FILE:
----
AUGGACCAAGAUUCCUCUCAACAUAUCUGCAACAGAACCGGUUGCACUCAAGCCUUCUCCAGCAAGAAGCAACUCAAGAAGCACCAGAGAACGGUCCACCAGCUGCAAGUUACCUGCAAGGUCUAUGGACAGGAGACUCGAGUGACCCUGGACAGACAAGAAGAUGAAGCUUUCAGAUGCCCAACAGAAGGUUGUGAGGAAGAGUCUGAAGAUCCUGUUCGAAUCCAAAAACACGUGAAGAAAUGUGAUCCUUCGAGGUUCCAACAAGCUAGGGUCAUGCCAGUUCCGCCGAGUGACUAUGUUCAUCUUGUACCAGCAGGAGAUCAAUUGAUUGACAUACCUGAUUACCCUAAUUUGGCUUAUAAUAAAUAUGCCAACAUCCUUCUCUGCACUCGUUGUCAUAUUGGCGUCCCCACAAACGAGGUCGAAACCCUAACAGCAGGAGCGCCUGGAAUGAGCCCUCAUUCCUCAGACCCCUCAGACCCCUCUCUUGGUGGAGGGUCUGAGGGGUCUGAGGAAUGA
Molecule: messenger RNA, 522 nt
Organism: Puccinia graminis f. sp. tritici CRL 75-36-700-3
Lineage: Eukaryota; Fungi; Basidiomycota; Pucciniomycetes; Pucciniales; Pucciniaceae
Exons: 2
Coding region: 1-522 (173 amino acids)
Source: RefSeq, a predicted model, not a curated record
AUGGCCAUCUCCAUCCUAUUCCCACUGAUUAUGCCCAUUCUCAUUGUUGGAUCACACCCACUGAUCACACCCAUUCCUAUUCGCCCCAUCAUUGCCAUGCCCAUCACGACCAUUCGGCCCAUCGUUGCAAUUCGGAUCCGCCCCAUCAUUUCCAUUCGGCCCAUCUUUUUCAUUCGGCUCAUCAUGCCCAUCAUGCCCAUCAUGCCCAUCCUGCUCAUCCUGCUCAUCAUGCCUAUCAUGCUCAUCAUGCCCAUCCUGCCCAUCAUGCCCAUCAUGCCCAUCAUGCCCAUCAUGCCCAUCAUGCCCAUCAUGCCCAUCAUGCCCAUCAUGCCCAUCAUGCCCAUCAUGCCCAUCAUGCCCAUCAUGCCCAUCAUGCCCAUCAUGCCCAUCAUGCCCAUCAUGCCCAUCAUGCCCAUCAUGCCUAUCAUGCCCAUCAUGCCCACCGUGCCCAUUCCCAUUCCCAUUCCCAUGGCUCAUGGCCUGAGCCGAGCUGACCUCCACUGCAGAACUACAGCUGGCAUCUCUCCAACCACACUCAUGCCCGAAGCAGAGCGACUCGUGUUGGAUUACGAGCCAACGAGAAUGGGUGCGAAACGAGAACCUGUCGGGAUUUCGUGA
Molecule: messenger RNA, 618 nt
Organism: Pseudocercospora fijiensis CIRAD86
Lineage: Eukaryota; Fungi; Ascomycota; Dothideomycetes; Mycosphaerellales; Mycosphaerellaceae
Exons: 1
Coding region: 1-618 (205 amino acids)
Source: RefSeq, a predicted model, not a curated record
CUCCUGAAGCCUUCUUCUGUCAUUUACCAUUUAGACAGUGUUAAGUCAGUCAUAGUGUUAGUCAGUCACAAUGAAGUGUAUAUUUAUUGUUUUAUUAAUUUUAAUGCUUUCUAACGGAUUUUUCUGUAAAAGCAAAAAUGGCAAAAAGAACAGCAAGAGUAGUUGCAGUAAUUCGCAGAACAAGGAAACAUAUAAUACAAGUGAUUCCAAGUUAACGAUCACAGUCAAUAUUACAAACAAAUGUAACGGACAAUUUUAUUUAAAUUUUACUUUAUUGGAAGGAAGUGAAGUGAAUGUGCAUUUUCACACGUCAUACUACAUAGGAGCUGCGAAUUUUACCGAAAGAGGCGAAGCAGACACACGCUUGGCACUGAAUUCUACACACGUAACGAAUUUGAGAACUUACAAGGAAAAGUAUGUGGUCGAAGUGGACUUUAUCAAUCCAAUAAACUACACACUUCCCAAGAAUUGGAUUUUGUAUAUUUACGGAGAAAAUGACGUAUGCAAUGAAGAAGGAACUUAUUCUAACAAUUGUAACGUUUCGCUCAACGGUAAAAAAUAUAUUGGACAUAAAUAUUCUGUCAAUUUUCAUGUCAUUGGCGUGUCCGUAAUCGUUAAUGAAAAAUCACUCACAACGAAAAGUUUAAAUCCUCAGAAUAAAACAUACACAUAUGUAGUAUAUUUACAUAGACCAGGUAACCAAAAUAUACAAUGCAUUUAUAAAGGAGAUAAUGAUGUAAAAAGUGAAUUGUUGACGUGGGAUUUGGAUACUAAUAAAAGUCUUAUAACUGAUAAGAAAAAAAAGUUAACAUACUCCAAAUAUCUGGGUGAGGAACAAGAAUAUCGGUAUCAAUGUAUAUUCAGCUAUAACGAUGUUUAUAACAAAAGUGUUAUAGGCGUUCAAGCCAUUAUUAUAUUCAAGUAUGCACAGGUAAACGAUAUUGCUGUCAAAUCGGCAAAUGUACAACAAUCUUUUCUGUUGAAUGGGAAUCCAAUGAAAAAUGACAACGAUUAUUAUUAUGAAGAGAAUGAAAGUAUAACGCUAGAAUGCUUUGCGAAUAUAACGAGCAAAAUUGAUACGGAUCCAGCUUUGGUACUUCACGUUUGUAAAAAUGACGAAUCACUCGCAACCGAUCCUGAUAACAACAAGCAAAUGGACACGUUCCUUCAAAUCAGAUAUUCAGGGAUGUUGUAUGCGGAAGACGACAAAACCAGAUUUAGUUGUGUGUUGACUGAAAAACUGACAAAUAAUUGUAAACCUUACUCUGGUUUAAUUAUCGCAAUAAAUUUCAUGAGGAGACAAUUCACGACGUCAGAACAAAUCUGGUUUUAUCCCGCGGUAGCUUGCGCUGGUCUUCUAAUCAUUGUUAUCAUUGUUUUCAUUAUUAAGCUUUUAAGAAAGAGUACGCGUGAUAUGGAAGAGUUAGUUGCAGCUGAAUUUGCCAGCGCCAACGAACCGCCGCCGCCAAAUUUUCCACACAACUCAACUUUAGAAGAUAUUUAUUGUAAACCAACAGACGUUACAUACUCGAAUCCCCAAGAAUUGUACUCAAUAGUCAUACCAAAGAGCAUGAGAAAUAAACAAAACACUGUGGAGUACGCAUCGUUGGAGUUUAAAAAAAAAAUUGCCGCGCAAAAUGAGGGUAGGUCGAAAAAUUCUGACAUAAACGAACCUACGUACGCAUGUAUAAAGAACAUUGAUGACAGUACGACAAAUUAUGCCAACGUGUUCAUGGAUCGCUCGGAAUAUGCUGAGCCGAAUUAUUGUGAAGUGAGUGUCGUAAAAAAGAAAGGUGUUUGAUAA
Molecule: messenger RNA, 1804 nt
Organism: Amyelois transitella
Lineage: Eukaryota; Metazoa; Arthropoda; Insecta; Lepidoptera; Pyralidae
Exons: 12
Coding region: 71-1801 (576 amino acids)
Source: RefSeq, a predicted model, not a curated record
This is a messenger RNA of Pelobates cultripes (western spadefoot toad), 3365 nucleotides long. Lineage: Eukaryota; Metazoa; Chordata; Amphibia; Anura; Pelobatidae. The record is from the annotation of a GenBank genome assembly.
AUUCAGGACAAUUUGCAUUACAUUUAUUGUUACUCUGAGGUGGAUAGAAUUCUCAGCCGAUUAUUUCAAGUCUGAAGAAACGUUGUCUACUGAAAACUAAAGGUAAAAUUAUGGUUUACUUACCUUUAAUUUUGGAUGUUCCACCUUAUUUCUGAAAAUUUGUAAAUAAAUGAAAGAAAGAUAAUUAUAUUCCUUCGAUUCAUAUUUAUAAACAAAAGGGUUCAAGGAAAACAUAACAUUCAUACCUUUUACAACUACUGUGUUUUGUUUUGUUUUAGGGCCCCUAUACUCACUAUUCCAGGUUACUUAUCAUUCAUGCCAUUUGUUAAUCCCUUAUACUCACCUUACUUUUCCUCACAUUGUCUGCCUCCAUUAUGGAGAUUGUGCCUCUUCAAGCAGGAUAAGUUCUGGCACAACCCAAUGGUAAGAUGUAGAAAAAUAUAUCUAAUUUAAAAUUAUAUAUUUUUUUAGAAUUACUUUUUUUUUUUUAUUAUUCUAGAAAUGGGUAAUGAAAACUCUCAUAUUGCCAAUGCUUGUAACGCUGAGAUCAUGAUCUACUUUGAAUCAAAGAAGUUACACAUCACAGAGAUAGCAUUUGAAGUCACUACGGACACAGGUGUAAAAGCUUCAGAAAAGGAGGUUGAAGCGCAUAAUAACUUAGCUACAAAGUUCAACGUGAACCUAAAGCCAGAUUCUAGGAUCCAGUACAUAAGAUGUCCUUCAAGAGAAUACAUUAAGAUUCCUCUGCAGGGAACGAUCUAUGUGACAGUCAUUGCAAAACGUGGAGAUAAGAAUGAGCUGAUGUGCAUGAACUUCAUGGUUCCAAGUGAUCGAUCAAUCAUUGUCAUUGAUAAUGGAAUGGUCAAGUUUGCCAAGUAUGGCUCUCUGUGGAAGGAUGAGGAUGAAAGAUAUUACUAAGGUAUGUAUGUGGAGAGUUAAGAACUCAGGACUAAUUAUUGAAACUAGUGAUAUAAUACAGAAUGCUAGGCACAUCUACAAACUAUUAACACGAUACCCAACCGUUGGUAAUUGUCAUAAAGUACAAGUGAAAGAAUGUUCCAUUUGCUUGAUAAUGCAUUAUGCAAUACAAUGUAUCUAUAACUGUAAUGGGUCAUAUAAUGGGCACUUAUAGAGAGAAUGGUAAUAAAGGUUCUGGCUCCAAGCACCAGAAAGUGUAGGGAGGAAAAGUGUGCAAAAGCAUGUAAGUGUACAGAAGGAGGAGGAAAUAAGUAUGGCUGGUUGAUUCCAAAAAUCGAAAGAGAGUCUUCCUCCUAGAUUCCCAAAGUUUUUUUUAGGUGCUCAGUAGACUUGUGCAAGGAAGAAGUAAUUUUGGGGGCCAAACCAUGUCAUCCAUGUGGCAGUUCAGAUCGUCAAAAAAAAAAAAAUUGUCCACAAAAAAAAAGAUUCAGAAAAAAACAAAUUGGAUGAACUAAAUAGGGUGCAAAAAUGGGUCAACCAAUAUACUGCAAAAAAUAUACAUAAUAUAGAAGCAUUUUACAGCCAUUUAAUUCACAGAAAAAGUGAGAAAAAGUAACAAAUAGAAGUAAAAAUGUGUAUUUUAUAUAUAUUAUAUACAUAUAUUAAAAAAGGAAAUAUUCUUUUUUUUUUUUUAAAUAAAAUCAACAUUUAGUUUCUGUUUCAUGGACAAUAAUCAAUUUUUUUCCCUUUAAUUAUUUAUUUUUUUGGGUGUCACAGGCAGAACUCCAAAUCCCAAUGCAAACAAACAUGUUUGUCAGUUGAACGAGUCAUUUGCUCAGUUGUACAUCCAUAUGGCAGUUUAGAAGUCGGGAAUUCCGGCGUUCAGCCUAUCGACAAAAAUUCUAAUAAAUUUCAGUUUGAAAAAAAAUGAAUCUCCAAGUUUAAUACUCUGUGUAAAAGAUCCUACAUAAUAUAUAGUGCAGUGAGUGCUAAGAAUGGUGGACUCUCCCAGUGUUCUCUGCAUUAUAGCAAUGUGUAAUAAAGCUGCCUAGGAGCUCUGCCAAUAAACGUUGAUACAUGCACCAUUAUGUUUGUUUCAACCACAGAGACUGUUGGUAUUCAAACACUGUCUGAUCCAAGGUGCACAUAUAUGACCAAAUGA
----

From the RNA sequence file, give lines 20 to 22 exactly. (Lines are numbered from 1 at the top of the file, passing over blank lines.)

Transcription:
Coding region: 71-1801 (576 amino acids)
Source: RefSeq, a predicted model, not a curated record
This is a messenger RNA of Pelobates cultripes (western spadefoot toad), 3365 nucleotides long. Lineage: Eukaryota; Metazoa; Chordata; Amphibia; Anura; Pelobatidae. The record is from the annotation of a GenBank genome assembly.